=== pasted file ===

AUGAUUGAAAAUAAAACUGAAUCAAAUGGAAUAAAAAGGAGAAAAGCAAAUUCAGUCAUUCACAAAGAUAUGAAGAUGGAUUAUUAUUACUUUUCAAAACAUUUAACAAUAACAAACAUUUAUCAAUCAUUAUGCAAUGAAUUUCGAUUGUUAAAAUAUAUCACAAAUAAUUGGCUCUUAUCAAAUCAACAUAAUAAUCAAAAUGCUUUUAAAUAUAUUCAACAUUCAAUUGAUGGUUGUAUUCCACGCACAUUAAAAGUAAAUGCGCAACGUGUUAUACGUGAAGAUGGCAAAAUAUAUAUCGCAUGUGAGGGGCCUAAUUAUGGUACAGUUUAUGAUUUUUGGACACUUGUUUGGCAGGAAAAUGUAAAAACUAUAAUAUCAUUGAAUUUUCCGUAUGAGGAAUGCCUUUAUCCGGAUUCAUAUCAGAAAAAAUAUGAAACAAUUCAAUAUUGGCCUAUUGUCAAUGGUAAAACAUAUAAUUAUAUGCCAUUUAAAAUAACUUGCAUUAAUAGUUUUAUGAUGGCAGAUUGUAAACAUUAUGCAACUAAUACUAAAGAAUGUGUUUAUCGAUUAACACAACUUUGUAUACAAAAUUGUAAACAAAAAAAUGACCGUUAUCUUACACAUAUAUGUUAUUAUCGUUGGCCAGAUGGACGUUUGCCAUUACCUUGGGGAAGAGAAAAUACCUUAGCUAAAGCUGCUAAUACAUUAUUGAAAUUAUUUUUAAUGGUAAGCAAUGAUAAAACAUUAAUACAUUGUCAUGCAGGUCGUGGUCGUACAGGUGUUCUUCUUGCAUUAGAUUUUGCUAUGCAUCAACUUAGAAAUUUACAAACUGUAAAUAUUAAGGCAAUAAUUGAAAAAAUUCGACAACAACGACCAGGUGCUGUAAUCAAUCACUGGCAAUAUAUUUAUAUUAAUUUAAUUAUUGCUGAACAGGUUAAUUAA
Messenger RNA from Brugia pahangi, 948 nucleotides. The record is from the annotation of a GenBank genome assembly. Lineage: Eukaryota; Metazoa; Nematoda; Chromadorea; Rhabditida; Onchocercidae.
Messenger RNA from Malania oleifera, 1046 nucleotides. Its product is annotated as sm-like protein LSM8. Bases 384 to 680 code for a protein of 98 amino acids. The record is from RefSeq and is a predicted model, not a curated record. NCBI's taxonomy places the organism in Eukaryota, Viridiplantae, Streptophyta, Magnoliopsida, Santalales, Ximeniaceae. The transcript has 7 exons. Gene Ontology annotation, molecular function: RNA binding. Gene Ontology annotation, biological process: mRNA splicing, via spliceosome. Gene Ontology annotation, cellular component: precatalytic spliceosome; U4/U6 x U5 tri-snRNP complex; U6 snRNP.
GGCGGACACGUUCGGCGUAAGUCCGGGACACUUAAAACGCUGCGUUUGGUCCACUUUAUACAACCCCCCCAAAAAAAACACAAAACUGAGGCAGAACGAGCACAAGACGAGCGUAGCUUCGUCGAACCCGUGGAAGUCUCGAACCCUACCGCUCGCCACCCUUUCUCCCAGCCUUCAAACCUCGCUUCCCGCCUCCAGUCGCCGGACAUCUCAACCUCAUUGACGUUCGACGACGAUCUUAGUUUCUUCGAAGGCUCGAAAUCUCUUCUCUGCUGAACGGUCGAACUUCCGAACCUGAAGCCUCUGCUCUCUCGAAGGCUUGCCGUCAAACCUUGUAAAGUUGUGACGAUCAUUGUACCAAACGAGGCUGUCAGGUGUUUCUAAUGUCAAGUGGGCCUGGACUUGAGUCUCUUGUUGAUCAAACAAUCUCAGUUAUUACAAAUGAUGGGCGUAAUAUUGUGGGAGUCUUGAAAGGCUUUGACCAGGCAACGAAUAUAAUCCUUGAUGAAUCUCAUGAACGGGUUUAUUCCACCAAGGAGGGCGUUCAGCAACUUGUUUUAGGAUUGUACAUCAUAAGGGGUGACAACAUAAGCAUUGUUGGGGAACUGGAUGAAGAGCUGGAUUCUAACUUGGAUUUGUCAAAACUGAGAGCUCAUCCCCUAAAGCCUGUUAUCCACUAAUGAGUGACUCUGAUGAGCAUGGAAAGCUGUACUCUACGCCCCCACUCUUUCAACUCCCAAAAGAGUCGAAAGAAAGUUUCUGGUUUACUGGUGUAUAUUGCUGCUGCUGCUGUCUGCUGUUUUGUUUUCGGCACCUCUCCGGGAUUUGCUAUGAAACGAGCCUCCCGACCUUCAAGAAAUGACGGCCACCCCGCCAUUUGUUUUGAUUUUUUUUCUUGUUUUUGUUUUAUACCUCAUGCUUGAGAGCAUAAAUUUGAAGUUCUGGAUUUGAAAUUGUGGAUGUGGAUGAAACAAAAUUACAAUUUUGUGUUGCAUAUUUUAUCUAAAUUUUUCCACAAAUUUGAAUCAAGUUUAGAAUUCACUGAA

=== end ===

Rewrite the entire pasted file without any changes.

AUGAUUGAAAAUAAAACUGAAUCAAAUGGAAUAAAAAGGAGAAAAGCAAAUUCAGUCAUUCACAAAGAUAUGAAGAUGGAUUAUUAUUACUUUUCAAAACAUUUAACAAUAACAAACAUUUAUCAAUCAUUAUGCAAUGAAUUUCGAUUGUUAAAAUAUAUCACAAAUAAUUGGCUCUUAUCAAAUCAACAUAAUAAUCAAAAUGCUUUUAAAUAUAUUCAACAUUCAAUUGAUGGUUGUAUUCCACGCACAUUAAAAGUAAAUGCGCAACGUGUUAUACGUGAAGAUGGCAAAAUAUAUAUCGCAUGUGAGGGGCCUAAUUAUGGUACAGUUUAUGAUUUUUGGACACUUGUUUGGCAGGAAAAUGUAAAAACUAUAAUAUCAUUGAAUUUUCCGUAUGAGGAAUGCCUUUAUCCGGAUUCAUAUCAGAAAAAAUAUGAAACAAUUCAAUAUUGGCCUAUUGUCAAUGGUAAAACAUAUAAUUAUAUGCCAUUUAAAAUAACUUGCAUUAAUAGUUUUAUGAUGGCAGAUUGUAAACAUUAUGCAACUAAUACUAAAGAAUGUGUUUAUCGAUUAACACAACUUUGUAUACAAAAUUGUAAACAAAAAAAUGACCGUUAUCUUACACAUAUAUGUUAUUAUCGUUGGCCAGAUGGACGUUUGCCAUUACCUUGGGGAAGAGAAAAUACCUUAGCUAAAGCUGCUAAUACAUUAUUGAAAUUAUUUUUAAUGGUAAGCAAUGAUAAAACAUUAAUACAUUGUCAUGCAGGUCGUGGUCGUACAGGUGUUCUUCUUGCAUUAGAUUUUGCUAUGCAUCAACUUAGAAAUUUACAAACUGUAAAUAUUAAGGCAAUAAUUGAAAAAAUUCGACAACAACGACCAGGUGCUGUAAUCAAUCACUGGCAAUAUAUUUAUAUUAAUUUAAUUAUUGCUGAACAGGUUAAUUAA
Messenger RNA from Brugia pahangi, 948 nucleotides. The record is from the annotation of a GenBank genome assembly. Lineage: Eukaryota; Metazoa; Nematoda; Chromadorea; Rhabditida; Onchocercidae.
Messenger RNA from Malania oleifera, 1046 nucleotides. Its product is annotated as sm-like protein LSM8. Bases 384 to 680 code for a protein of 98 amino acids. The record is from RefSeq and is a predicted model, not a curated record. NCBI's taxonomy places the organism in Eukaryota, Viridiplantae, Streptophyta, Magnoliopsida, Santalales, Ximeniaceae. The transcript has 7 exons. Gene Ontology annotation, molecular function: RNA binding. Gene Ontology annotation, biological process: mRNA splicing, via spliceosome. Gene Ontology annotation, cellular component: precatalytic spliceosome; U4/U6 x U5 tri-snRNP complex; U6 snRNP.
GGCGGACACGUUCGGCGUAAGUCCGGGACACUUAAAACGCUGCGUUUGGUCCACUUUAUACAACCCCCCCAAAAAAAACACAAAACUGAGGCAGAACGAGCACAAGACGAGCGUAGCUUCGUCGAACCCGUGGAAGUCUCGAACCCUACCGCUCGCCACCCUUUCUCCCAGCCUUCAAACCUCGCUUCCCGCCUCCAGUCGCCGGACAUCUCAACCUCAUUGACGUUCGACGACGAUCUUAGUUUCUUCGAAGGCUCGAAAUCUCUUCUCUGCUGAACGGUCGAACUUCCGAACCUGAAGCCUCUGCUCUCUCGAAGGCUUGCCGUCAAACCUUGUAAAGUUGUGACGAUCAUUGUACCAAACGAGGCUGUCAGGUGUUUCUAAUGUCAAGUGGGCCUGGACUUGAGUCUCUUGUUGAUCAAACAAUCUCAGUUAUUACAAAUGAUGGGCGUAAUAUUGUGGGAGUCUUGAAAGGCUUUGACCAGGCAACGAAUAUAAUCCUUGAUGAAUCUCAUGAACGGGUUUAUUCCACCAAGGAGGGCGUUCAGCAACUUGUUUUAGGAUUGUACAUCAUAAGGGGUGACAACAUAAGCAUUGUUGGGGAACUGGAUGAAGAGCUGGAUUCUAACUUGGAUUUGUCAAAACUGAGAGCUCAUCCCCUAAAGCCUGUUAUCCACUAAUGAGUGACUCUGAUGAGCAUGGAAAGCUGUACUCUACGCCCCCACUCUUUCAACUCCCAAAAGAGUCGAAAGAAAGUUUCUGGUUUACUGGUGUAUAUUGCUGCUGCUGCUGUCUGCUGUUUUGUUUUCGGCACCUCUCCGGGAUUUGCUAUGAAACGAGCCUCCCGACCUUCAAGAAAUGACGGCCACCCCGCCAUUUGUUUUGAUUUUUUUUCUUGUUUUUGUUUUAUACCUCAUGCUUGAGAGCAUAAAUUUGAAGUUCUGGAUUUGAAAUUGUGGAUGUGGAUGAAACAAAAUUACAAUUUUGUGUUGCAUAUUUUAUCUAAAUUUUUCCACAAAUUUGAAUCAAGUUUAGAAUUCACUGAA